One of the graves is that of Timur’s grandson Ulugh Beg, who ascended the throne at Samarkand at the age of eighteen. During his reign there was something of a resur- gence in Islamic science, especially in mathematics and astronomy. Ulugh Beg built a grand observatory on a hill overlooking Samarkand and astronomers here devised the Zij-i-Sultani, an astronomical table and star catalogue published in 1437 that was used by scientists in Asia and Europe for the next four hundred years. Among other achievements, Ulugh Beg determined the length of the tropical year with an error of +25s, more accurate than Copernicus’ estimate more than a hundred years later and determined the Earth’s axial tilt at almost precisely the value in use even today. Not far from Ulugh Beg’s Observatory lies the Tomb of Hodja Daniyar, the Daniel of the Bible. There are at least six sites worldwide that claim to contain his remains. This one, holy to all three Abrahamic religions, is rather extraordinary, the chador-covered sarcophagus about eighteen feet long. Legend has his bones continue to grow after his death and the container for them has had to be lengthened along with them.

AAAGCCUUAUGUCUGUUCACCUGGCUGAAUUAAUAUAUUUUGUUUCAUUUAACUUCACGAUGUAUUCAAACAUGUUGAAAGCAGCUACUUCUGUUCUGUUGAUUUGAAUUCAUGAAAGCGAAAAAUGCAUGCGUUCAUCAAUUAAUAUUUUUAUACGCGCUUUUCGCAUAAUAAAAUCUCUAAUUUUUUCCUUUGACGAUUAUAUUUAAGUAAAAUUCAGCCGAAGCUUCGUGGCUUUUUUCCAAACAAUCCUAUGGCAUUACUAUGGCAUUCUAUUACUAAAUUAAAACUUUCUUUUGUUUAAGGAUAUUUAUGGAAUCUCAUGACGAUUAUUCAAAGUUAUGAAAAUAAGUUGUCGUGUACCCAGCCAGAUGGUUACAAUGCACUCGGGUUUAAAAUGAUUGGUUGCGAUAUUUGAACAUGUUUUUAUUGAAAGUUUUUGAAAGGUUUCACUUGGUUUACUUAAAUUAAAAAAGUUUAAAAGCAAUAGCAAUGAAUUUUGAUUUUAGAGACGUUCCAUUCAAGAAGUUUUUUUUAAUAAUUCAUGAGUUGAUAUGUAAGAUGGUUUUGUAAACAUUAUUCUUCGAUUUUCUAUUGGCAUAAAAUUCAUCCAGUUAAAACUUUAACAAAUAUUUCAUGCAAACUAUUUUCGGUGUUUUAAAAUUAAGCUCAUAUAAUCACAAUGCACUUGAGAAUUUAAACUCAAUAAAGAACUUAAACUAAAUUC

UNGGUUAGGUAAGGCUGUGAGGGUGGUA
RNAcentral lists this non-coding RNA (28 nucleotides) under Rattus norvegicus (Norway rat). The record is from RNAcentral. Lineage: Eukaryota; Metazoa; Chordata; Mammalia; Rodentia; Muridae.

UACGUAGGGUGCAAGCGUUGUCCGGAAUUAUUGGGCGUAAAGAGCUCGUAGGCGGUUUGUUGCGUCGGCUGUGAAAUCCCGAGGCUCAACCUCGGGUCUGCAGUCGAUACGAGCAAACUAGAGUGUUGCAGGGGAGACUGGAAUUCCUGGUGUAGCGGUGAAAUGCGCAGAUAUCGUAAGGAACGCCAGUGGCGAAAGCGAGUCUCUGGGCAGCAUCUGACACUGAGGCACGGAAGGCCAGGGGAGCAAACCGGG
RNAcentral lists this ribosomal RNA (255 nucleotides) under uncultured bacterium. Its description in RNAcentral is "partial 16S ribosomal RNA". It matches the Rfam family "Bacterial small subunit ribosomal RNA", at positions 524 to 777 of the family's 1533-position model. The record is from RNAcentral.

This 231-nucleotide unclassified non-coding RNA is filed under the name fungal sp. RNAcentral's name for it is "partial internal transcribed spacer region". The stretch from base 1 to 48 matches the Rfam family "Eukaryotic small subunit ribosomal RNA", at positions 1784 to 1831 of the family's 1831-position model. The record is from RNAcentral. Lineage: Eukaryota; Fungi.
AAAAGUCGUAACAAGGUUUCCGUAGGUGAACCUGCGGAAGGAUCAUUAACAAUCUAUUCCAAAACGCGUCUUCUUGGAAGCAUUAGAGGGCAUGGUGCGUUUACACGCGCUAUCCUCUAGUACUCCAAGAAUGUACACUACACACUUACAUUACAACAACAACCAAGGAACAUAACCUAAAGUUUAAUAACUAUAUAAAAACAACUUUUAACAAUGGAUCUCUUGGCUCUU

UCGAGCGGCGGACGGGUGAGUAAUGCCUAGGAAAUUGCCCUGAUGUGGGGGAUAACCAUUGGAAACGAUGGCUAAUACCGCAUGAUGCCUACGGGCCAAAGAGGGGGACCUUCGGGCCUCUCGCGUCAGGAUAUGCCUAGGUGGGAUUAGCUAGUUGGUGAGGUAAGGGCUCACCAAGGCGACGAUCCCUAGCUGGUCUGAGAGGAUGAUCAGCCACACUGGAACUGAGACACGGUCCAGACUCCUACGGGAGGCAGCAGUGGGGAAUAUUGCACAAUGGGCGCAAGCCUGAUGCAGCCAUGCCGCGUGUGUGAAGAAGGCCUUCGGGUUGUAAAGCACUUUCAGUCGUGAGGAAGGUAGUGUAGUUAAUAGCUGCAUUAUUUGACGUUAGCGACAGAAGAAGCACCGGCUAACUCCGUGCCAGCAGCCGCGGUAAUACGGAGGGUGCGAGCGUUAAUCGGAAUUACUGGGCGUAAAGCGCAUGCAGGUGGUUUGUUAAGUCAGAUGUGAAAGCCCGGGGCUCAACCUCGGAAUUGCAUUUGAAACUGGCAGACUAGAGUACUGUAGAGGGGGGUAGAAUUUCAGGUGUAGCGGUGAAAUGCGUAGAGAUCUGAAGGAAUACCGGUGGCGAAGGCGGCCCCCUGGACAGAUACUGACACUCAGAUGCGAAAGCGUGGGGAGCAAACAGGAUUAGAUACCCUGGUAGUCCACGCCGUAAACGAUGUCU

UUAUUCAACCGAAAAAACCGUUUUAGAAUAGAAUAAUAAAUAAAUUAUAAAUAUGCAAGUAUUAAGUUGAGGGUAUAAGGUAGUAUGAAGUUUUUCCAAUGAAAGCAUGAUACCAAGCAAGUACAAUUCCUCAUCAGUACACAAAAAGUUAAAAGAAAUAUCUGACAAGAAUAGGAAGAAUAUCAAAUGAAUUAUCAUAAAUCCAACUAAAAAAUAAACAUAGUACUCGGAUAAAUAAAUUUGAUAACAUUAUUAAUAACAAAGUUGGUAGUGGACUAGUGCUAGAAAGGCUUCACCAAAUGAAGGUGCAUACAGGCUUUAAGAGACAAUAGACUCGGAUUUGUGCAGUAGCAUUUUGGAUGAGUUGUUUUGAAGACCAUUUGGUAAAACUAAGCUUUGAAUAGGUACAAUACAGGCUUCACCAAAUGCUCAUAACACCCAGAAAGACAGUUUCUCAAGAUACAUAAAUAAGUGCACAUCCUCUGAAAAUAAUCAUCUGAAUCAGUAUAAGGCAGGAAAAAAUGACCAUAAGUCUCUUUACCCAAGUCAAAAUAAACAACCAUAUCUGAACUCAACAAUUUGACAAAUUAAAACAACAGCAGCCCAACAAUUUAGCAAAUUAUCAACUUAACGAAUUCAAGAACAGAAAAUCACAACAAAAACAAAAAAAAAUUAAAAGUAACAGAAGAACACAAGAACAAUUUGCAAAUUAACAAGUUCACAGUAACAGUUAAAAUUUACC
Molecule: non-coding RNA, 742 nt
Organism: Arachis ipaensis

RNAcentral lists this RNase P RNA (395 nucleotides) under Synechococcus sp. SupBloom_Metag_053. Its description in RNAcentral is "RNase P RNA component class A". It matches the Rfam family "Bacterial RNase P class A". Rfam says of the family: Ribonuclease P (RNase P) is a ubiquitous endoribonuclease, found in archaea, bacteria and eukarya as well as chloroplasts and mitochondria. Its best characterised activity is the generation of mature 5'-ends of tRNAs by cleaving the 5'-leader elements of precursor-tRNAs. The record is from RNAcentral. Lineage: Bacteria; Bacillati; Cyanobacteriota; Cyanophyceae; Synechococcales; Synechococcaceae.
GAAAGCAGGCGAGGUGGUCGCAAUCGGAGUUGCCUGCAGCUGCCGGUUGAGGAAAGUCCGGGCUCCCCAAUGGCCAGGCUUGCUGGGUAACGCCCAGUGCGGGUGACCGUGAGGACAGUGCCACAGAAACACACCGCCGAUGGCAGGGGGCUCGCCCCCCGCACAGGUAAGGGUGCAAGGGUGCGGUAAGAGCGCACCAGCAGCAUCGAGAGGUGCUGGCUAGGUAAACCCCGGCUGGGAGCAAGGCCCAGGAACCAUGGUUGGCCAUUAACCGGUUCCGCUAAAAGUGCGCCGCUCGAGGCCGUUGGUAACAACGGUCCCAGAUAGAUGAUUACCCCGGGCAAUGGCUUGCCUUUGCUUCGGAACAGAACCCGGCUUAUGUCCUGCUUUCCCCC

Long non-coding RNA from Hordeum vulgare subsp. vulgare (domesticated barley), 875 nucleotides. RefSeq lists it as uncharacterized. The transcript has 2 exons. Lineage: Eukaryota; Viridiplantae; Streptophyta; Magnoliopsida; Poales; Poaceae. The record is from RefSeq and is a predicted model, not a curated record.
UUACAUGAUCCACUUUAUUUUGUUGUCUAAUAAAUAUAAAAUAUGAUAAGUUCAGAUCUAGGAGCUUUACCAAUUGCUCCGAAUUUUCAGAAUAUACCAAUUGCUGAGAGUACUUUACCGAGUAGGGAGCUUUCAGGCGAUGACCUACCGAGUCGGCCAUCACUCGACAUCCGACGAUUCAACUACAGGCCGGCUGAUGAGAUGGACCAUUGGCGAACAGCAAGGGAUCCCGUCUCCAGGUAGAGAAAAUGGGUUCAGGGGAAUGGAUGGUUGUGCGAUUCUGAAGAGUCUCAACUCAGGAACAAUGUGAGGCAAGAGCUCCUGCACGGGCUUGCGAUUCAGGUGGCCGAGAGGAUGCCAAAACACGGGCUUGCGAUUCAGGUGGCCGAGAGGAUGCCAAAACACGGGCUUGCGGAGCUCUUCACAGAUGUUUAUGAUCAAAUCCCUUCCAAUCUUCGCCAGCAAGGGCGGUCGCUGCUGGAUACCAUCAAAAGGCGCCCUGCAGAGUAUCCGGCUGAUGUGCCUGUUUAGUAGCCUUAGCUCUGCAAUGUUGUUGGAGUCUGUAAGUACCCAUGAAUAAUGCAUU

If one’s talking about size though, the Bibi Khanum complex in the heart of Samarkand tops them all. Built in honour of and named for Timur’s favourite wife, the complex is fronted by a thirty five metre high portal that dwarfs all who enter. Inside, paved paths crisscross a courtyard dotted with trees. One can see, in this space, the pre- cursor of the char bagh scheme, common to Mughal horticulture. Restoration work was going on when we visited. An artisan working on a marble lattice called out the customary, “Hindostan?” My nod of assent was met with a happy yell of “Shahrukh Khan?” As a joke, I pointed to myself and said, “Shahrukh Khan!” He laughed, thumped his own chest and responded, “Abhishek Bachchan!” When you have no common language, laughter and Bollywood are enough.